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Proponents for giving schools grades say they’re a straight-forward way for parents to evaluate school quality. But a new analysis from the Alliance for Excellent Education reveals that ratings can mask the outcomes for low-performing student groups.

In more than 40 schools in Mississippi that received an A or B rating in 2018-19, students with disabilities performed as poorly, and sometimes even worse, than students, overall, at the state’s lowest-performing schools.

Mississippi identifies schools with underperforming subgroups as part of the state’s accountability plan under the federal Every Student Succeeds Act. But it uses a different system for the school ratings it assigns schools each fall. For these, Mississippi factors in the overall percentage of students scoring proficient or above on state tests and whether their scores increased compared to the previous year. Schools receive additional points based on the improvement shown by students who scored in the bottom 25 percent at their school. When students make significant progress from one year to the next, even if they do not achieve proficiency, the school will receive extra points that may result in a higher rating.

Related: How Mississippi’s districts are separated into have and have-nots

Lindsay Dworkin, who oversees policy development at the Alliance, said the state’s method can send “inconsistent signals” to parents. “It’s confusing to have the state saying, ‘On one hand it’s an A school; on the other hand, there are these huge issues with gaps and proficiency rates are low,’” she explained. “Which of these narratives are parents supposed to believe?”

Dworkin’s colleague, Anne Hyslop, said Mississippi’s next-door neighbor, Louisiana, has taken a step toward more transparency: Schools in the Pelican State can’t receive an A rating if they have a consistently underperforming student subgroup.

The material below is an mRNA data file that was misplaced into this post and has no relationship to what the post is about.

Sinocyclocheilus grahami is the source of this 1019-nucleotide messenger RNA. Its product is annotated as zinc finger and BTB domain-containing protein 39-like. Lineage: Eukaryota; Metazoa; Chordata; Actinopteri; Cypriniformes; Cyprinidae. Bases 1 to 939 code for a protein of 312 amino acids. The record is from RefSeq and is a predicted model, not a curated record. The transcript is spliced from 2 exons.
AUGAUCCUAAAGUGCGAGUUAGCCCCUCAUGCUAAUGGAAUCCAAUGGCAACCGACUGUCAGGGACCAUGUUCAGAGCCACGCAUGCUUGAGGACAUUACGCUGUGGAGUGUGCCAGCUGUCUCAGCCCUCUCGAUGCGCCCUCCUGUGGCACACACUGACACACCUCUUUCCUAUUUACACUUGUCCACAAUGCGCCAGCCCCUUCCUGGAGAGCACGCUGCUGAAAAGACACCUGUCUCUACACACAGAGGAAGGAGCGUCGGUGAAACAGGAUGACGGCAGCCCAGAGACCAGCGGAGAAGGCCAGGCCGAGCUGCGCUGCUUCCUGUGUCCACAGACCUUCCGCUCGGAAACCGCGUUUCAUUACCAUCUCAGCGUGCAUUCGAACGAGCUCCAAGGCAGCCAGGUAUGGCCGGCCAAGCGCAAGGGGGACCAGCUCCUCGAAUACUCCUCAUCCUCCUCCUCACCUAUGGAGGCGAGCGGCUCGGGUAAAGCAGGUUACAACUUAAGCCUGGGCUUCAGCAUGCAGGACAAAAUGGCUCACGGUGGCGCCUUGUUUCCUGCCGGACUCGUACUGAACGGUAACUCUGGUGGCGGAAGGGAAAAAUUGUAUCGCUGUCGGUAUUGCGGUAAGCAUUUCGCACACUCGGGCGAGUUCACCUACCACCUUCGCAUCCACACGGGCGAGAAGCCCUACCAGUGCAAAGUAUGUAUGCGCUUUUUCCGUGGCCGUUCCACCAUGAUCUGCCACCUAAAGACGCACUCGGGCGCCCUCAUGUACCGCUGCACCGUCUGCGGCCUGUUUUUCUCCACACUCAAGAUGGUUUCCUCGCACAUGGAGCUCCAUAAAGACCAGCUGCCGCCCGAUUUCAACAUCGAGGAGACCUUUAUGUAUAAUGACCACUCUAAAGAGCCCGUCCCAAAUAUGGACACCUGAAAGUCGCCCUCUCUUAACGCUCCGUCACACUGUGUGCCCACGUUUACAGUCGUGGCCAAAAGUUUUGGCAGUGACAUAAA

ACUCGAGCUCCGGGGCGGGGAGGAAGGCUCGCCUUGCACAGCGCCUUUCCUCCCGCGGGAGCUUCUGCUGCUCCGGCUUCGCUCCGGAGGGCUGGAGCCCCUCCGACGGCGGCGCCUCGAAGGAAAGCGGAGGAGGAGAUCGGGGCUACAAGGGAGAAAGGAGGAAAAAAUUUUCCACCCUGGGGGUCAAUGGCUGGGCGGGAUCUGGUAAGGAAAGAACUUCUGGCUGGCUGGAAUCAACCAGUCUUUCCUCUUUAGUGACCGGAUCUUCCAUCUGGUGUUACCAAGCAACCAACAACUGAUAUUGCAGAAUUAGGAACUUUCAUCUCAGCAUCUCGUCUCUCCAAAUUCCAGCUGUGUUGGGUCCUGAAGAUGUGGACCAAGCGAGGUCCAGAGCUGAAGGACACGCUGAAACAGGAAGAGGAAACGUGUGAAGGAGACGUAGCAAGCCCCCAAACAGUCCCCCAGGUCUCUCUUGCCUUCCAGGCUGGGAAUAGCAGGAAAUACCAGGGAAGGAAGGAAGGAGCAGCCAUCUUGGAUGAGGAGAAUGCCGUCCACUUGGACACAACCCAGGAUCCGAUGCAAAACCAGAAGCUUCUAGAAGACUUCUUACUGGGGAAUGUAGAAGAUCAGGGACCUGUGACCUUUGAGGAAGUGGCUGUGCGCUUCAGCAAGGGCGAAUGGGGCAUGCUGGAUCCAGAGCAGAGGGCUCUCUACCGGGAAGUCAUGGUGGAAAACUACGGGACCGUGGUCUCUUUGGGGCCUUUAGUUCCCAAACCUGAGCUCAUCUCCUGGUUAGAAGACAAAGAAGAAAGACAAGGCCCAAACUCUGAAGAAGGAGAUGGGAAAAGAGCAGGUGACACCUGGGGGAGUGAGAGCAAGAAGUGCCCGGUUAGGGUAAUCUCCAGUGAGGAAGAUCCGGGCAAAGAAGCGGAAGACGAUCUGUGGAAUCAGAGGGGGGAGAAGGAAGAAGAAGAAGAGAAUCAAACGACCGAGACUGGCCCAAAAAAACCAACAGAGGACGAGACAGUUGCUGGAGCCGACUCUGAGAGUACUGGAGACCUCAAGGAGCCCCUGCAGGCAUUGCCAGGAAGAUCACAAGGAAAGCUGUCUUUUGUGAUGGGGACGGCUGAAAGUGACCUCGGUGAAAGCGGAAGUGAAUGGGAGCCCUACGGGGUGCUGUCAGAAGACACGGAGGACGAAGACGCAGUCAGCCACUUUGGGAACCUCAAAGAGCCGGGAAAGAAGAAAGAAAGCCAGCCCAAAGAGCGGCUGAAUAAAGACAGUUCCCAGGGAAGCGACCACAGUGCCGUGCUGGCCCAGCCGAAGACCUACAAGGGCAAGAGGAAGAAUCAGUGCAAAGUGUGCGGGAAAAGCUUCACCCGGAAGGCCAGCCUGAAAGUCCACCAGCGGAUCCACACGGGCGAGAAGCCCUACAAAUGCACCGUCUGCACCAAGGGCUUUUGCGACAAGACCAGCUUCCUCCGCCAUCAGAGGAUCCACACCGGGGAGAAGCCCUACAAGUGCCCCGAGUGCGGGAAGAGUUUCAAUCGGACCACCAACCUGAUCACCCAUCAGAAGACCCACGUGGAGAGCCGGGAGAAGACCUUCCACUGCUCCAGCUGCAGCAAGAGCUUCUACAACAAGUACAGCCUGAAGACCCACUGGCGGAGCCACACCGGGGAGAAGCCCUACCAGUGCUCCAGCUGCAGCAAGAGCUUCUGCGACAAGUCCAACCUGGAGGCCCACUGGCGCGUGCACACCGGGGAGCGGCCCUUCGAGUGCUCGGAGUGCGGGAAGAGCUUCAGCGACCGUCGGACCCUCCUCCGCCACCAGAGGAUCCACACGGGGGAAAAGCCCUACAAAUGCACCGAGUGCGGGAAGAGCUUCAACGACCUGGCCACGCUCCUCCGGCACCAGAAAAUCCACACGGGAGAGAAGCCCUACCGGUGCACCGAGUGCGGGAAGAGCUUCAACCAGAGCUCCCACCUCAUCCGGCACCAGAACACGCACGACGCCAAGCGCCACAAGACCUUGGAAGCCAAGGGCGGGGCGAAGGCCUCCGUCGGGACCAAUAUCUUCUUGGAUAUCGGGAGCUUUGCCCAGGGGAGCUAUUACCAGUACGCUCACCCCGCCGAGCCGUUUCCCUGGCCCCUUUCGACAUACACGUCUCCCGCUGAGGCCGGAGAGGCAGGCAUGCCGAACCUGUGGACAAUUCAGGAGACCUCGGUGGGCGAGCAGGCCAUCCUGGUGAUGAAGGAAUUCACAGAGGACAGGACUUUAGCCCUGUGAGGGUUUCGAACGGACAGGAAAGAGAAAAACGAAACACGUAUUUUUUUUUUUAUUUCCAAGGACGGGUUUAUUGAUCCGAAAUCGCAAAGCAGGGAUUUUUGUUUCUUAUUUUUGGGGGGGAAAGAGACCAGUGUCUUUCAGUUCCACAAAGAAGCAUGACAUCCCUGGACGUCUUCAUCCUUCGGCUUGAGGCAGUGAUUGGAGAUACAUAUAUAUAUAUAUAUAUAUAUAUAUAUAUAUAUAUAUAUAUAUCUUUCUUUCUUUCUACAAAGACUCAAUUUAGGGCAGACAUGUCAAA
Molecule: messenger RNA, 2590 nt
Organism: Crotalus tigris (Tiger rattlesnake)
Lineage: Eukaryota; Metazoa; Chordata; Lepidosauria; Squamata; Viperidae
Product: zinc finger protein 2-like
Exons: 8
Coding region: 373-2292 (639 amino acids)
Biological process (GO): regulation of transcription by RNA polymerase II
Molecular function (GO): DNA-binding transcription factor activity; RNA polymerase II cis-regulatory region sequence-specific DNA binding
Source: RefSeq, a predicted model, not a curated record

Alan Burrow, the Mississippi Department of Education’s executive director of district and school performance, said incorporating the academic progress of the lowest performing quartile of students in state ratings has paid off.

“Since implementing the inclusion of the lowest 25 percent indicator, Mississippi has shown significant gains as evident in our 2019 National Assessment of Educational Progress results,” he said in a statement. “The 2019 NAEP results show that African-American, white and Hispanic students from low-income homes in Mississippi achieved higher scores than their peers nationally in all four NAEP subjects.”

Related: Helping rural students thrive

Here are a few more takeaways from Alliance’s Mississippi snapshot:

  • More than 30 percent of schools flagged as having at least one “consistently underperforming” group of students also received an A or B rating from the state.
  • Some F-rated schools could miss out on special federal funds to help improve low-performing schools because they’re not identified as needing extra help by the state system. Forty-three percent of the state’s F-rated schools were not identified for support.
  • In 2019, the average F-rated school in Mississippi was 87 percent black with almost all students receiving free or reduced-price lunch. The average A-rated school was 33 percent black.
  • Schools were more likely to get extra support for students with disabilities whose proficiency lagged behind state proficiency goals than for students in other subgroups with proficiency gaps.

Dworkin said schools are more likely to be identified by the state as needing additional assistance and support to lift the performance of students with disabilities because student proficiency in this group is the farthest from meeting the state’s proficiency goal for all of its student subgroups. To make sure other students aren’t being shortchanged, though, Hyslop said the state could create separate lists to track proficiency gaps for each student subgroup to make sure support is going where it’s needed. Schools with large proficiency gaps in any subgroup — students from low-income families, English language learners, etc. — would then be targeted for additional support.

Right now, state officials haven’t indicated any plans to tweak the ratings system.

Editor’s note: This story led off this week’s Mississippi Learning newsletter, which is delivered free to subscribers’ inboxes every other Monday with trends and top stories about education in Mississippi. Subscribe today!

This story about school ratings was produced by The Hechinger Report, a nonprofit, independent news organization focused on inequality and innovation in education. Sign up for Hechinger’s newsletter.

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